People don't collapse from KE intake. They generally collapse from dramatic blood loss or CNS destruction. Occasionally they collapse from the destruction of supporting limbs, or from psychological/psychosomatic reasons not easily correlated with much of anything.

KE? Fageddaboutit.

P.S. As to be expected, the referenced article gave better examples than I did. But the conclusion is the same:

KE? Fageddaboutit.

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Old 08-08-2015, 12:19 AM
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There is a compromise out there for people who have longer-barreled 9mms, and that is the 135gr. Hornady Critical Duty +P. It's not loaded very hot, but from the few chronograph results I've seen, it starts to pick up steam as the barrels go over the 4 1/2-inch mark. Too many of the tests on-line are from very short-barreled guns, which is what Hornady says this load is not really intended for. I wish I had a chronograph, as I have a Glock 17L with a six-inch barrel. Based on other guns, I'll take a wild guess that 1225-1250 fps is what the long Glock would get.
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Old 08-08-2015, 01:33 AM
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Default Just to touch on the 1986 FBI fiasco....

I studied this pretty carefully and decided that it didn't matter what handgun round they were using because what the FBI really needed was rifles or carbines. I can't cite anybody here since I'm my own expert but I feel that I'm at least able to look at problems objectively.
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Old 08-08-2015, 01:55 AM
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Originally Posted by V0OBWxZS16 View Post
BB57,

Marshall and Sanow do NOT have a database of shootings. The provided analyses demonstrate that quite sufficiently.

Ballistic gelatin has been verified against real shootings at least as far back as 1991.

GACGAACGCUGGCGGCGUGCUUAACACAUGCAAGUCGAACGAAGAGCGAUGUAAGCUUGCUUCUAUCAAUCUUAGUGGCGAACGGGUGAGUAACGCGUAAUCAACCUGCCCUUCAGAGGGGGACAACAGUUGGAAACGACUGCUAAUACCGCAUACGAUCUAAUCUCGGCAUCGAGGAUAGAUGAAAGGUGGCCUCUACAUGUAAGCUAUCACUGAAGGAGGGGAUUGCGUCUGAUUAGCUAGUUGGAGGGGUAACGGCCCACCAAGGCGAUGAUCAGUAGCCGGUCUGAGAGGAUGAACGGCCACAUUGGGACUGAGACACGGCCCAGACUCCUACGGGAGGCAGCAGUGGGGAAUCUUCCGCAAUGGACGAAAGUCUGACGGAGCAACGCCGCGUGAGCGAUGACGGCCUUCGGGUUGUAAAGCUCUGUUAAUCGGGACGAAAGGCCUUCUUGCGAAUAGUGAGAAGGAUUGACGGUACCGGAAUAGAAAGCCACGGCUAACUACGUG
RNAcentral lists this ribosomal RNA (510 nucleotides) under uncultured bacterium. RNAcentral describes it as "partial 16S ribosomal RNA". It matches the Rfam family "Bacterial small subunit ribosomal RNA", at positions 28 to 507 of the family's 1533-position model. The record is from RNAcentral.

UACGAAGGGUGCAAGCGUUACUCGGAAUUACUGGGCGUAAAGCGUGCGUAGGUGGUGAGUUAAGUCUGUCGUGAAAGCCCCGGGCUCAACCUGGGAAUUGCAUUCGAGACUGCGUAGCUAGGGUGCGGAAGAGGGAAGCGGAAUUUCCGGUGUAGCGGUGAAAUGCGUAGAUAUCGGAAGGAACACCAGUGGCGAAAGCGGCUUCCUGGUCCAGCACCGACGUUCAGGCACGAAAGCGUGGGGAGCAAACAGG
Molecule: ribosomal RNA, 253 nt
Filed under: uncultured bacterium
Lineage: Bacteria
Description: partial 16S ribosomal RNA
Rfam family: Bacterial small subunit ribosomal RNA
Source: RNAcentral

Performance of the Winchester 9mm 147 Grain Subsonic Jacketed Hollow Point Bullet in Human Tissue and Tissue Simulant by Eugene Wolberg, Senior Firearms Criminologist at the San Diego Police Crime Laboratory

Did you really just accuse Wolberg, MacPherson, Roberts, and Fackler of being "internet experts"?
First off, how do you know, personally, what info Evan Marshall and Ed Sanow have or don't have? You're just regurgitating accusations made by members and followers of the now defunct IWBA. Of course the IWBA people will say anything to defame and debunk M&S because they have a monitary interest in eliminating ANYONE who would dare to contradict them. Millions of $$ in Govt grants and contracts from LEA's and the DoD is nothing to sneeze at. That's these "ballistican's" gravy train, and anyone who disagrees with them must be dealt with with extreme prejudice.

Secondly, I'm glad you brought up the subject of Eugene Wolberg's article which is fraught with fraud. Wolberg used bullets that were literally cherry-picked in order to prove his hypothesis! If he had used ANY bullet that had failed to expand, under penetrated or over penetrated, this would have invalidated his hypothesis. Even your beloved Hero Gary Roberts admitted on the Beretta Forum that Wolberg used cherry-picked bullets that were provided by San Diego's ME/Coroner for his paper!

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Old 08-08-2015, 03:38 AM
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I understand people feeling doubting ballistic block tests. The ammunition makers indeed develop ammunition to do well in the tests. It may or may not be an accurate representation in tissue and bone.